Viscounty of Limoges
Between Limoges, Brive and Périgueux, the viscounts of Limoges (French: vicomtes de Limoges), also called viscounts of Ségur created a small principality, whose last heir was Henry IV. Ségur was the main home of these viscounts, in the heart of their domain. The viscounty went from the Limoges-Ségur family to the House of Montfort in Brittany, then to the Albrets and eventually to the Bourbons.
Their territory included the castles of Ségur, Excideuil, Aixe-su-Vienne, Auberoche and Nontron.
Built in a shingle of the Auvézère River, at the borders of Saint-Eloi, Saint Julien, Payzac and Beyssenac parishes, the place is naturally defensive. The Ségur "verteil" (headquarters of the milites castri, the knights who defend the castle) was home to the Pérusse family (future dukes of the Cars), Bonneval family (future marquises of Bonneval) (Claude Alexandre de Bonneval became a famous Ottoman Empire pasha), and Prévot family (later "du Mas" family, future marquises of Paysac).
The upper castle is in ruins. Today, the only remaining part is the Pérusse hotel, in the "verteil". No visits (December 2006)
Only two large towers remain, joined together by a screen wall that used to be the aula pinion. The main home (16th or 17th century?) was doubled in width at the beginning of the 20th century. The outward gate of the milites castri's verteil is a Renaissance door.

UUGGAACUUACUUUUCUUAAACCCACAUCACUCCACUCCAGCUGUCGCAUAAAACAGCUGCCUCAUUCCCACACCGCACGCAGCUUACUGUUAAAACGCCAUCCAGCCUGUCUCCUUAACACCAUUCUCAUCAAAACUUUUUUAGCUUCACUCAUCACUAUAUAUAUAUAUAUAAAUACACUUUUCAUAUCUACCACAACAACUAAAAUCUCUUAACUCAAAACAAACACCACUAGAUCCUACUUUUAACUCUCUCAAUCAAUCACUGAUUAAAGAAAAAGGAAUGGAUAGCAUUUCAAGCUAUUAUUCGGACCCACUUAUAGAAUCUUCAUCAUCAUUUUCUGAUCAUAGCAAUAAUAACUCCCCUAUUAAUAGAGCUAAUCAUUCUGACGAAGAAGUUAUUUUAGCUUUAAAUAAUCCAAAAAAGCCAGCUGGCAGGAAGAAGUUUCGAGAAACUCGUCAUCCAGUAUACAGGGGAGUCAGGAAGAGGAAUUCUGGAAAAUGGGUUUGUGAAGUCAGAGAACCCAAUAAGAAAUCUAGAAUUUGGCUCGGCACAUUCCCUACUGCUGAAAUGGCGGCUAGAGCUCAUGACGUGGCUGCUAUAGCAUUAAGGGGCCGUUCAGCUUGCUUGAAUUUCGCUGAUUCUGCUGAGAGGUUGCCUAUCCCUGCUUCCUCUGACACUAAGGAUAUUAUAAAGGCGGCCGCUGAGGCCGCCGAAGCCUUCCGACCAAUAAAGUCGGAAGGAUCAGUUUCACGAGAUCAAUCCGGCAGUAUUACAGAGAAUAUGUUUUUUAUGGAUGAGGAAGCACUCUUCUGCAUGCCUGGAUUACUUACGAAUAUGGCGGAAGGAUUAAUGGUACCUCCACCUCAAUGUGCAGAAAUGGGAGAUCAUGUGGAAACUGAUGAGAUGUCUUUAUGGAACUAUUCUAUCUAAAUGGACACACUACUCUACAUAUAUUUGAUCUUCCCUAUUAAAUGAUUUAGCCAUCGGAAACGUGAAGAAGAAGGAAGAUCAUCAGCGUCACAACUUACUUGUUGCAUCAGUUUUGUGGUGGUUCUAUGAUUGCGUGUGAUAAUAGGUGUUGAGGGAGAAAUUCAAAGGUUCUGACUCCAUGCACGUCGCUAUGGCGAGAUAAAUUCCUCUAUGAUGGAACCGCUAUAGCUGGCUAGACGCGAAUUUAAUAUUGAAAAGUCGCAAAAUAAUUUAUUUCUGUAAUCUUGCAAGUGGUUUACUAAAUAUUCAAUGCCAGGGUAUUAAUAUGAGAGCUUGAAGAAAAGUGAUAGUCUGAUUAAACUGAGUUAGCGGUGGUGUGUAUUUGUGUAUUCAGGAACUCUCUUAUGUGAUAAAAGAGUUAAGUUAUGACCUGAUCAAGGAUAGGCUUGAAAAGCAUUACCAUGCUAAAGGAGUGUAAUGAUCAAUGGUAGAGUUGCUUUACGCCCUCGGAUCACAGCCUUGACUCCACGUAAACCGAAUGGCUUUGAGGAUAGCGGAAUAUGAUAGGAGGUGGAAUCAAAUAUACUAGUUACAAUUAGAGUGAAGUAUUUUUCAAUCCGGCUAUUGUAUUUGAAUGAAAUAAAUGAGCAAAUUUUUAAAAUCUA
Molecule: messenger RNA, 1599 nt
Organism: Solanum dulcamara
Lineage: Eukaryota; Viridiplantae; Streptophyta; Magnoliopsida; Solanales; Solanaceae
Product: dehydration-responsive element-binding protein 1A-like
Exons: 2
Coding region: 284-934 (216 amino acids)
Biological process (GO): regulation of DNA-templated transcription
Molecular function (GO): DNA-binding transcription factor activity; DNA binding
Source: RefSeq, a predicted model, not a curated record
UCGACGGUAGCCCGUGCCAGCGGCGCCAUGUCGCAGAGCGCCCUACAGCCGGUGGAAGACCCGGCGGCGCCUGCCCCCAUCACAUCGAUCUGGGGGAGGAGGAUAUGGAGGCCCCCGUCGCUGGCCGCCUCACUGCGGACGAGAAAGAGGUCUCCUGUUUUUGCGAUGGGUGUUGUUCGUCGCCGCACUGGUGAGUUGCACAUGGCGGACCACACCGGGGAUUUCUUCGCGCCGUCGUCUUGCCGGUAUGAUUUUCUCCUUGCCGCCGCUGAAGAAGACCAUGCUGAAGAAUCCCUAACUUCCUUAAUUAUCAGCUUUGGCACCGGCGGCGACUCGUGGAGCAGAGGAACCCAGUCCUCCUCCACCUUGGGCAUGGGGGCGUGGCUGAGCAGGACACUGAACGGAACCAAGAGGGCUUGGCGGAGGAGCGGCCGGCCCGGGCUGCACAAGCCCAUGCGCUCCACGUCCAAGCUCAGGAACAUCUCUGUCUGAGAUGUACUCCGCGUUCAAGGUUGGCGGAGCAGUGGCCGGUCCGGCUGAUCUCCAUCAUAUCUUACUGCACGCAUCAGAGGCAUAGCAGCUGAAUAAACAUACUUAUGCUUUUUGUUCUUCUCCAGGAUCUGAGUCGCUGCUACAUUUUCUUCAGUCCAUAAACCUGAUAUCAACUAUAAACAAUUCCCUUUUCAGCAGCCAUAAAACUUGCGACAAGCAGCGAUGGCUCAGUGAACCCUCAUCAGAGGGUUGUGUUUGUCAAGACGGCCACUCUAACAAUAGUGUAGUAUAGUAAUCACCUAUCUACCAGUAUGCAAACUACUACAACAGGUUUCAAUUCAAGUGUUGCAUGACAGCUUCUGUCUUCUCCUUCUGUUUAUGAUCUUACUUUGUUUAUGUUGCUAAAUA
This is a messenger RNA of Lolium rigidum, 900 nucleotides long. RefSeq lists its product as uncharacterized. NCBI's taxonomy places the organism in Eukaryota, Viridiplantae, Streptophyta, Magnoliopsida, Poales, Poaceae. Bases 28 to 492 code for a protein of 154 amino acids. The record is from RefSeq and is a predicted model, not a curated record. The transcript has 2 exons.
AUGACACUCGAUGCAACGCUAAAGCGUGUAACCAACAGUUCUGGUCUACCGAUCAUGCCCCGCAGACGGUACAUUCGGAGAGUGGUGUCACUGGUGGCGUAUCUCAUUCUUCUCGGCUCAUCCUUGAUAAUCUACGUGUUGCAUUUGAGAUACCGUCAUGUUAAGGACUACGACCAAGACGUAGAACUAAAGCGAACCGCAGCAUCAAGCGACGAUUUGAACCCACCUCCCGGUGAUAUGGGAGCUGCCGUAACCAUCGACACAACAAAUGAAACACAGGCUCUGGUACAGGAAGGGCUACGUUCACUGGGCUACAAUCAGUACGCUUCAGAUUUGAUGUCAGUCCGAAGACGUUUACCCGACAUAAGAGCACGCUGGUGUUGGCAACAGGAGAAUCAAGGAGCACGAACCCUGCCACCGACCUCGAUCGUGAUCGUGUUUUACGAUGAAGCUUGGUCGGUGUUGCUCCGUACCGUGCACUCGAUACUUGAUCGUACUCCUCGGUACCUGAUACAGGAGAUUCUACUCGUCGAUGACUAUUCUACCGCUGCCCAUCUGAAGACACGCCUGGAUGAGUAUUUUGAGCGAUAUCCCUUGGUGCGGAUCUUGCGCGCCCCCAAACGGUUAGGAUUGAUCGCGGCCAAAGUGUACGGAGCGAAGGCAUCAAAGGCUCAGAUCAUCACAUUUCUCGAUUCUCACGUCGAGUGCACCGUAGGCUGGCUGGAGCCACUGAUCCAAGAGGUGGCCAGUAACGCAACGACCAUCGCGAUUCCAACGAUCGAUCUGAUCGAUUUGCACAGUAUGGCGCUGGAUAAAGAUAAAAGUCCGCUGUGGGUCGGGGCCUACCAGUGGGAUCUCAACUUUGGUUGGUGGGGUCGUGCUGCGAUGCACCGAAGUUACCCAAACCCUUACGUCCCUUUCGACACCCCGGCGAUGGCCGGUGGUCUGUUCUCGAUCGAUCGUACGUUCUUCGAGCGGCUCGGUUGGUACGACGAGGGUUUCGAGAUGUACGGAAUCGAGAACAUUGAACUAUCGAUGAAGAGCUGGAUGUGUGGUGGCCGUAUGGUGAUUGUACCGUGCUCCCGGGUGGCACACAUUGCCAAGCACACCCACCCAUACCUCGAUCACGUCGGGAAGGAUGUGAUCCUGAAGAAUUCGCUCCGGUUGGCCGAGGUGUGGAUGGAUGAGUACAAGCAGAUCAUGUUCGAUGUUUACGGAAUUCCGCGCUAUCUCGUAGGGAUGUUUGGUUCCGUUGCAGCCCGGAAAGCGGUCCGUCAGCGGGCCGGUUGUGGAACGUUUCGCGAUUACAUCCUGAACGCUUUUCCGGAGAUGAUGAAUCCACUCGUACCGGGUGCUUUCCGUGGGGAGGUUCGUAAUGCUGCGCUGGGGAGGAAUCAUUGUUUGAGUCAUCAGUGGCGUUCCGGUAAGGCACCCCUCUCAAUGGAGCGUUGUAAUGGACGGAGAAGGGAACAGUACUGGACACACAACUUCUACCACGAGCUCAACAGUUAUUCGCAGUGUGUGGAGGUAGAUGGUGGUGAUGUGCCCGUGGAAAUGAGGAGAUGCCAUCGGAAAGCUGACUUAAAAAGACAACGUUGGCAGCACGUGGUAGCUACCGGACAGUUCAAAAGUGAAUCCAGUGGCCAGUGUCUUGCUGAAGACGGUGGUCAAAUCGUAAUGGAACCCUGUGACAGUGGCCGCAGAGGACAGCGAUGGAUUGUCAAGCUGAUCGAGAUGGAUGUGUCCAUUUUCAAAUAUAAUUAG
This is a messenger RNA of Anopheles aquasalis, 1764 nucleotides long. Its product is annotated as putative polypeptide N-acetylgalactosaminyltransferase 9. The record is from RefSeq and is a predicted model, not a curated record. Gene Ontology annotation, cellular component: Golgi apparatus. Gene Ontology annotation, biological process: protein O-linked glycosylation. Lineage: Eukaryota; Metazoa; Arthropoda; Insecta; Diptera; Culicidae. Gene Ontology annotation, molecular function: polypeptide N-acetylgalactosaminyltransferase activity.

A merovingian castrum was recorded as being at the confluence of the river. The Château d'Aixe (or "Tour Jeanne d'Albret") was constructed in the 13th century in Aixe-sur-Vienne, controlled by the viscounts of Limoges. It was demolished at the beginning of the 19th century.
Probably around 1037 or 1059, the successor of Bishop Frotaire (the castrum founder) is said to have submitted the place to the Limoges viscount, in order to get the protection of this laic potentate against the Count of Périgord.
As soon as the last third of the 12th century (1154–1157), the Viscount of Limoges acknowledged the bishop of Périgueux as his suzerain, as far as Auberoche is concerned. By this submission, the viscount extended his domination up to the Périgord episcopal and county headquarters gates. Therefore, the viscounts of Limoges could maintain and use their political and economic power at the gates of Périgueux. The castle became a chaplain center which included 16 parishes (in 1365) and controlled two main, convergent traffic streams towards Périgueux city, through the Auvézère and Manoir valleys.
Confirmed as soon as September 1257, the judicial and administrative power was enforced in the whole district area by a provost, the agent of the viscount of Limoges.